The author (on the right) with colleague Johnny Lawes
During the years I owned and ran the Brixton Academy, I was beaten up, stabbed, attacked with tear gas, received bomb threats from the IRA and had guns stuck in my face more than once. I also put on the best gigs in Britain for a decade and a half, and the wonderful thing is that I originally bought the place for £1.
I was only 23 at the time, but I managed to blag myself a meeting with the brewery that held the lease on the building. They offered to sell it to me for £120,000. I didn’t have £120,000.
"Let me make you another offer," I said quietly, leaning forward in my chair. "I’ll give you a quid for it."
The two older guys across the desk gave me a look of utter incomprehension and disdain, as if I'd just started smearing the walls with my own shit. I pressed my advantage before they had a chance to react: "You sell me the lease to the Astoria Theatre, Brixton for one pound and I’ll sign a deal to sell only your beer for ten years. If I’m putting on upwards of 200 gigs a year, that’s a lot of pints you’re going to shift."
Looking back, I suppose it was a pretty brazen move, but I was young, dumb and impassioned enough not to care. My thought was that these guys were from a brewery, meaning they were in the business of selling beer. And with the venue standing derelict, they weren’t selling any of that beer. Almost to my own amazement, by the end of that meeting we had shaken on it.
So, in 1983, a few weeks shy of my 24th birthday – and having never even put on a gig in a pub before – I was handed the keys to the building that I would rename the Brixton Academy.
It was a huge risk. If this failed I could be liable for millions in repairs to the building. But I just thought, ‘Fuck it – I’m broke anyway. They can’t shake me down if there’s nothing to shake.' Besides, by that point I had been physically thrown out of every major venue in London. I knew what made a good rock ‘n' roll show, and I was certain that if I got my hands on this venue I’d do the best gigs the city had ever seen.
Soul II Soul at the Academy
It took a few months to get the place patched up enough to even think about a concert – in those days it was just my stage manager and me, armed with only a toolbox and a couple of paintbrushes. But screwing floorboards back into place and slapping paint over chipped walls was nothing compared to the problems we ran into when we actually started booking gigs.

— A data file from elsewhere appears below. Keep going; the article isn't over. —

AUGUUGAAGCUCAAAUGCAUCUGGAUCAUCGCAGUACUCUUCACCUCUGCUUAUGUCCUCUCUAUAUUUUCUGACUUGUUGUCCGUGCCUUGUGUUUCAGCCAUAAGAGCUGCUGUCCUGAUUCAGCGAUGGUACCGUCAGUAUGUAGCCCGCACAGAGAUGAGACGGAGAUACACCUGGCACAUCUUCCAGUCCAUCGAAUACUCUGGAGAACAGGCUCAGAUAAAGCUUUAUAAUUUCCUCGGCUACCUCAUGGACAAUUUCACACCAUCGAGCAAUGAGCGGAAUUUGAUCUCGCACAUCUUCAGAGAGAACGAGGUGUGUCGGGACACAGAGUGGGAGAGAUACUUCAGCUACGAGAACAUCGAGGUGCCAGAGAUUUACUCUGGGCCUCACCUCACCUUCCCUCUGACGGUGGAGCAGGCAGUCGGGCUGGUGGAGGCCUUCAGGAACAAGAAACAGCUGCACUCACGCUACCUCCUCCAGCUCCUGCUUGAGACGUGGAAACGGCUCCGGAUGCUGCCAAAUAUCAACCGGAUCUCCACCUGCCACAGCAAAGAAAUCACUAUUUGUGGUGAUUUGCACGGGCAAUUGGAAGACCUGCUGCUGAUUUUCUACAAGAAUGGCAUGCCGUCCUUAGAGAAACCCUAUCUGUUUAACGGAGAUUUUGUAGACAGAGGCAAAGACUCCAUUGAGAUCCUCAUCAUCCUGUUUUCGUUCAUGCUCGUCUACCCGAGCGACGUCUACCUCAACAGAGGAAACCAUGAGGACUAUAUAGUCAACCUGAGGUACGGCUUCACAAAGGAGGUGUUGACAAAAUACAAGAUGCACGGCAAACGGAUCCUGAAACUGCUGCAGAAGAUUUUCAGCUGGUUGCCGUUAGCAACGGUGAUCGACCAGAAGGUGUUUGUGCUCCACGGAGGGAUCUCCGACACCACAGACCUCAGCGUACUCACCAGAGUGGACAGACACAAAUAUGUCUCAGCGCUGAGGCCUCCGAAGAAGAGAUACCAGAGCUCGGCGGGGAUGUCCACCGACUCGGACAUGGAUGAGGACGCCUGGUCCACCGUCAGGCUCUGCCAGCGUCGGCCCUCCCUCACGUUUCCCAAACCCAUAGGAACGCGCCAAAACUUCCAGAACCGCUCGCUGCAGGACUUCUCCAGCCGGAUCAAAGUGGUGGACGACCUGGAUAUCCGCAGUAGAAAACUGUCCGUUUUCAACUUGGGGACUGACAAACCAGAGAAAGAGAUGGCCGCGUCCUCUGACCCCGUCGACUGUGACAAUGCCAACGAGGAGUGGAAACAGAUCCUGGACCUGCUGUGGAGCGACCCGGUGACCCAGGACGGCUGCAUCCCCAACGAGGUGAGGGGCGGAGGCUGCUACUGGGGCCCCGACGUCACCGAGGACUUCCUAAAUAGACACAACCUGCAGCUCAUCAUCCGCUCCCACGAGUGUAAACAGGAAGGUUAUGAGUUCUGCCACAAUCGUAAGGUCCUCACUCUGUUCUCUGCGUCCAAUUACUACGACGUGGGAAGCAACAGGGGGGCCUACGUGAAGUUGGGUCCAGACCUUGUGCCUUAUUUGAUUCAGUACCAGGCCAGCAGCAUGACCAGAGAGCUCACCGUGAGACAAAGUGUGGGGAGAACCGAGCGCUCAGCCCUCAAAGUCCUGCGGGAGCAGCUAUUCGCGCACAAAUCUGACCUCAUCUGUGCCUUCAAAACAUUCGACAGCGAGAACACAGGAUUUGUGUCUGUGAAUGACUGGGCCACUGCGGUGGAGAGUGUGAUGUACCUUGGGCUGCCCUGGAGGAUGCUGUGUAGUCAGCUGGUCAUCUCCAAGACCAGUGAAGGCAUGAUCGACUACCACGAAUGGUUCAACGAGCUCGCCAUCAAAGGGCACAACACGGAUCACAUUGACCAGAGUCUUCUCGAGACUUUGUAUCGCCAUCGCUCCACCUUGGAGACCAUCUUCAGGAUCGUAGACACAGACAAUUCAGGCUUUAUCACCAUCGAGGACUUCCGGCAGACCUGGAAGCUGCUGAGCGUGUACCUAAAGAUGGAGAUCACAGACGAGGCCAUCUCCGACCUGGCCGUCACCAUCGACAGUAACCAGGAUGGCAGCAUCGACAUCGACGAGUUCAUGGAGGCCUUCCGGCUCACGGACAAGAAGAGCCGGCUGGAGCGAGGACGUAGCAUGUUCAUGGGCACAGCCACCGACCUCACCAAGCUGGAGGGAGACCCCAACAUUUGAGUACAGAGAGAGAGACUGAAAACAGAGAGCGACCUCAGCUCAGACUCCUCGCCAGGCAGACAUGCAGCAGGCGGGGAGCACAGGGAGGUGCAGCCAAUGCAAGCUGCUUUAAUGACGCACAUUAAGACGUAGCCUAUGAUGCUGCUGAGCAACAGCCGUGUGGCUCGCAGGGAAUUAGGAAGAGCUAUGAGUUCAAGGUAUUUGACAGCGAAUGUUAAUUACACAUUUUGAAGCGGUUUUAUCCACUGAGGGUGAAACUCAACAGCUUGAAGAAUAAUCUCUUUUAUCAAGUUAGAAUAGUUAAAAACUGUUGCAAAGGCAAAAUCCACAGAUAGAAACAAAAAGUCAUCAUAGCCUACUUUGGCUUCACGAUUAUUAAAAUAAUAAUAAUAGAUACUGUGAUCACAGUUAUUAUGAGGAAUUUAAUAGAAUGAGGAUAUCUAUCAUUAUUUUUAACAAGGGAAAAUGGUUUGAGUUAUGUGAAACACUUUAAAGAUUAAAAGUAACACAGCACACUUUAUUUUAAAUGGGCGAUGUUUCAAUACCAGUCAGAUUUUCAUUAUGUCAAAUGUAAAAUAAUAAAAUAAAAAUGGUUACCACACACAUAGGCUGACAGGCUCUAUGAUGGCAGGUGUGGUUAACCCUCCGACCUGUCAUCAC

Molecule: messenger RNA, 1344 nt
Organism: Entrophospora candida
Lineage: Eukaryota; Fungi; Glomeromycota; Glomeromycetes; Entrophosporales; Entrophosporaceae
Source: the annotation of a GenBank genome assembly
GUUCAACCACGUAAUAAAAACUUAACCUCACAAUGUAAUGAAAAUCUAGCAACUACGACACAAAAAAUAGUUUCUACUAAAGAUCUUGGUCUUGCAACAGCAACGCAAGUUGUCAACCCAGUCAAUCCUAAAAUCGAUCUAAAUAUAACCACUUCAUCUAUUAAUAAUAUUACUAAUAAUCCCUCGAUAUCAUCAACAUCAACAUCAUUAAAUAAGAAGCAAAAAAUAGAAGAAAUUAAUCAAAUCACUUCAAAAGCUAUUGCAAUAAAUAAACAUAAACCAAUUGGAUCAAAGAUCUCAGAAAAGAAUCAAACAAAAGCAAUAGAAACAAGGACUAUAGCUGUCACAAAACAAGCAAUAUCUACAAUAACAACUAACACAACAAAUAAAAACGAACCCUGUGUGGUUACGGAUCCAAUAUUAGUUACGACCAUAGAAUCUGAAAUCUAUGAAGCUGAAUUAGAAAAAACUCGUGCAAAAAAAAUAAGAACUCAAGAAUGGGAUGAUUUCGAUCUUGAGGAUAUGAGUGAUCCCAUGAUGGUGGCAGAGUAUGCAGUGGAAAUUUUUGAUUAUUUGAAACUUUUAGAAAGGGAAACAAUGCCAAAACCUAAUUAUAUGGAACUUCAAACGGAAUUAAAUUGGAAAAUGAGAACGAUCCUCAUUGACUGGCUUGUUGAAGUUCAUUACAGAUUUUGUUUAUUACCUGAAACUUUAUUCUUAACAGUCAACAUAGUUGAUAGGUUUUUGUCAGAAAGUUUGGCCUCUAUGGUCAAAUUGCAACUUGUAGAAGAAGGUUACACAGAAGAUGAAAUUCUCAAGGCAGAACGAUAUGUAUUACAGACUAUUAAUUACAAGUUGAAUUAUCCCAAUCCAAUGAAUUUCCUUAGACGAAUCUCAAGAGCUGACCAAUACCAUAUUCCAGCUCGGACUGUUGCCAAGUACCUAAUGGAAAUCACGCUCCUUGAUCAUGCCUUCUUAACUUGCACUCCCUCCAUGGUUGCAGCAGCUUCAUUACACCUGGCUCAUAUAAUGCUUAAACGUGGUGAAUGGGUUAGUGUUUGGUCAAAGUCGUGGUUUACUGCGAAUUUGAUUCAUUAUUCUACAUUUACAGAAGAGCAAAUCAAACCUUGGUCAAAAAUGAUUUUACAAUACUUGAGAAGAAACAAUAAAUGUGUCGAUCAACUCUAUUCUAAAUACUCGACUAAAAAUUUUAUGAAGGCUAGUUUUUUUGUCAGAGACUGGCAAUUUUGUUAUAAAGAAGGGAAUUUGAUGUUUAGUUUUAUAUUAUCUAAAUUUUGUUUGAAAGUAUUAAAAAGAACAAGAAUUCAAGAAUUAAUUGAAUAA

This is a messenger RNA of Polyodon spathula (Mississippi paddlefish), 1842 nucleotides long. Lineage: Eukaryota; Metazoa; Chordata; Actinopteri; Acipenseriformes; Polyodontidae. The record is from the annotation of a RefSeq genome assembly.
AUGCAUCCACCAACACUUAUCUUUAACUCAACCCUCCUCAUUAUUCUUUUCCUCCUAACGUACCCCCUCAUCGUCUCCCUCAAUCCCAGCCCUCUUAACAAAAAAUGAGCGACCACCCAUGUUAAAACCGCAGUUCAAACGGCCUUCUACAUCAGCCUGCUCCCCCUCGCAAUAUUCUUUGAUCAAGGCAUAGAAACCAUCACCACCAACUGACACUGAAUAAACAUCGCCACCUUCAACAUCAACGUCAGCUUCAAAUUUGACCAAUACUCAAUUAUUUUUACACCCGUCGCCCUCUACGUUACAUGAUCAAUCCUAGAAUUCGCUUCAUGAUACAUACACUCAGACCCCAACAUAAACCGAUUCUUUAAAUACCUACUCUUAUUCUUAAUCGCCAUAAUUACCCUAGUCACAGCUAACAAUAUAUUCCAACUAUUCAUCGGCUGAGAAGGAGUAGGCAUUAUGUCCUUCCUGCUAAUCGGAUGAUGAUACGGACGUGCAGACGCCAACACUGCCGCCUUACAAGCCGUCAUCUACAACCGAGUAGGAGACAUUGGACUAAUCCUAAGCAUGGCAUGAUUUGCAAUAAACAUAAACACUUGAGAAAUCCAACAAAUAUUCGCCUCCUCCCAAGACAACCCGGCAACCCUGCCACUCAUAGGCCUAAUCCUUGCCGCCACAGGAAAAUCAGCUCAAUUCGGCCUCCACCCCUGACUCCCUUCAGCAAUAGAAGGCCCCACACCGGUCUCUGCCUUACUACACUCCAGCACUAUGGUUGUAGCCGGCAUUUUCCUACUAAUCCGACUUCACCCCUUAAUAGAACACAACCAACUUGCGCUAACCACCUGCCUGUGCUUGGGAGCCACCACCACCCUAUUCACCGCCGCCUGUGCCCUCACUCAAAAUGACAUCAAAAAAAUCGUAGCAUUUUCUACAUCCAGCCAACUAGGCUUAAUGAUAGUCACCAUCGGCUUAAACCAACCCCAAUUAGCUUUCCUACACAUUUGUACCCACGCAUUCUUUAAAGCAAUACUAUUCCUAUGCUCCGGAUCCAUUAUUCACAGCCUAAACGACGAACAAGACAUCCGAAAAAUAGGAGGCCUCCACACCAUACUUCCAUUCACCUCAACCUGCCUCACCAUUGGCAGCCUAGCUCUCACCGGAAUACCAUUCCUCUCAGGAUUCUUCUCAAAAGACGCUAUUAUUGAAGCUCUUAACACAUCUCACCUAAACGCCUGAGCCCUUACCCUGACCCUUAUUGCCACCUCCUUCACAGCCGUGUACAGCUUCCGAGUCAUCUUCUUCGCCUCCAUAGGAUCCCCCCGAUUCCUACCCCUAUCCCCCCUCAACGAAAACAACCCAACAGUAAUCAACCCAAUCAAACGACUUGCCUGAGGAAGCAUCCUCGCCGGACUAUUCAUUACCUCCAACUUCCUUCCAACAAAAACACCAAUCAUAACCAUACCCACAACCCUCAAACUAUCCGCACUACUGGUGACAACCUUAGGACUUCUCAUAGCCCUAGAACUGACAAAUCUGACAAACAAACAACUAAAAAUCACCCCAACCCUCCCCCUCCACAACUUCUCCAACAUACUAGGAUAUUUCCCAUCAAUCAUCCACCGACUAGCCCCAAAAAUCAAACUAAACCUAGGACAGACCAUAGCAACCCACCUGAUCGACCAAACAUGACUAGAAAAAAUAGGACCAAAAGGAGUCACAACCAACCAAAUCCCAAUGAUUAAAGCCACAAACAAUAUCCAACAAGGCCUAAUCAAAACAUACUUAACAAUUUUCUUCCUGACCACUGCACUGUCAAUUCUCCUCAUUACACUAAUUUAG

Brixton in 1983 was still smouldering from the riots the previous year; the area was pockmarked with burned out buildings and simmered with racial tension. Nobody wanted to know about this violent, poverty-stricken West Indian ghetto, so the conversation with music biz agents usually went like this:
"Hi, this is Simon Parkes, from the Brixton Academy."
"The Brixton Academy – it’s a great new venue on Stockwell Road."
"What, you mean the clapped-out old cinema?"
"Yeah, but it’s re-launched. It’s a fantastic venue with 5,000 capacity."
"Look, mate, I’m not trying to be funny, but there’s no way you’re ever going to get a rock band to play Brixton. It’s just not our demographic."
After numerous interactions like that, we eventually just thought: 'Fuck them. If they can’t see their demographic in Brixton, we’ll serve the demographic that’s already here.' So we started putting on reggae shows with acts like Eek-A-Mouse, Burning Spear, Dennis Brown and Yellowman. When we flew Fela Kuti over from Lagos, he brought 30 of his wives with him as backing vocalists.
One of Fela Kuti's backing dancers/wives
The gigs were fantastic, but dealing with reggae acts meant doing business the Jamaican way. It was a messy and violent learning curve. After our second gig, we caught the promoter trying to sneak out a dressing room window with bags of cash. My head of security slammed him against the wall and grabbed his car keys, shouting, "You pay up, you get your car back!" He paid the next day.
Our breakthrough came with The Clash. In 1984, in the midst of the miner’s strike, then-Labour politician, trade unionist and, later, founder of the Socialist Labour Party, Arthur Scargill was looking to do a big benefit show for his followers. The established venues like Hammersmith Odeon wouldn’t touch that kind of thing, but the Academy was made for it. We did three nights of The Clash playing for a full room of pissed-up, angry miners. It was fucking magnificent.